The reason for two separate ground circuits is there is always a little resistance in any wire, and current flowing through a resistance causes a voltage to be dropped across it. Every time an injector or an ignition coil turns on or off, there is a sudden change in current flow, and therefore a sudden tiny voltage pulse dropped cross the ground wire. If you'd watch those pulses on an oscilloscope, they might only be a few hundredths of a volt, but if sensors shared those ground wires, those tiny voltage pulses would appear on the sensors' grounds, and that would show up in their signal voltages too. Those tiny voltages would mean quite a bit to a MAP sensor.
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Sunday, October 30th, 2016 AT 12:52 AM
Tiny
CODY EPLEY
  • MEMBER
Alright long time so chat but have a new update. I have all the voltage and signals going to the ECM and all sensors but new problem. I finally got a computer to give codes and it tells me there is a open or short in the EGR valve curcuit. So went looking for the EGR valve and it does not exist on this engine at all like even the B32 pin for the ECM connection is not there. I have not found any sign of this EGR the computer is looking for. I tried looking for a vin on the engine and found white paint marker on back of the block, under the diff and even the bell housing. I know factory uses white but these look more like salvage quick mark. I have reached out to the previous owner and he was told its the original but I've got a strong feeling this engine is not the original. I found no plate with VIN on either side of the block but did find 312 on the front upper part of the block. On the other side of the block I found 1M3C116 8291. The last one may be wrong but its all I could make out it looks like some one sanded the area cause the coloring is very rough compared to just inches away. My original ECM I had in the truck has these number is you can help.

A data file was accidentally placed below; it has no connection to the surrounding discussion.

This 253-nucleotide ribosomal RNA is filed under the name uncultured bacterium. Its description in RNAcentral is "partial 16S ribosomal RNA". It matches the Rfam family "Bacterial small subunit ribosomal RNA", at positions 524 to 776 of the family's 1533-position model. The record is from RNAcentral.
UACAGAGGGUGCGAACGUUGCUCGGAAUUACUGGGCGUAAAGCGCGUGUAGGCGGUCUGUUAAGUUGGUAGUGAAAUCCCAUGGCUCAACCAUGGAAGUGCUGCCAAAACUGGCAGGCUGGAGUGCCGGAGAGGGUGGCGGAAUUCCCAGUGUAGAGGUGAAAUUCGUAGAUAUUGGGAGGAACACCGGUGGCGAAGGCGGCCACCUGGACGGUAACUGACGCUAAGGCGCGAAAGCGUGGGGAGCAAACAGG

(Bar Code)
JAT06PGC
(Bar Code)
P56040 945
(Bar Code)
T3245 RBWAA0

I am looking into other ways to reserch the engine cause as far as I know the EGR code missing is directly making the ASD relay kick keping the truck from running now.
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Monday, November 28th, 2016 AT 7:41 PM
Tiny
CARADIODOC
  • EXPERT
The EGR is not related to this problem. It is monitored and problems are detected while the engine is running. None of the failures will cause the engine to stall.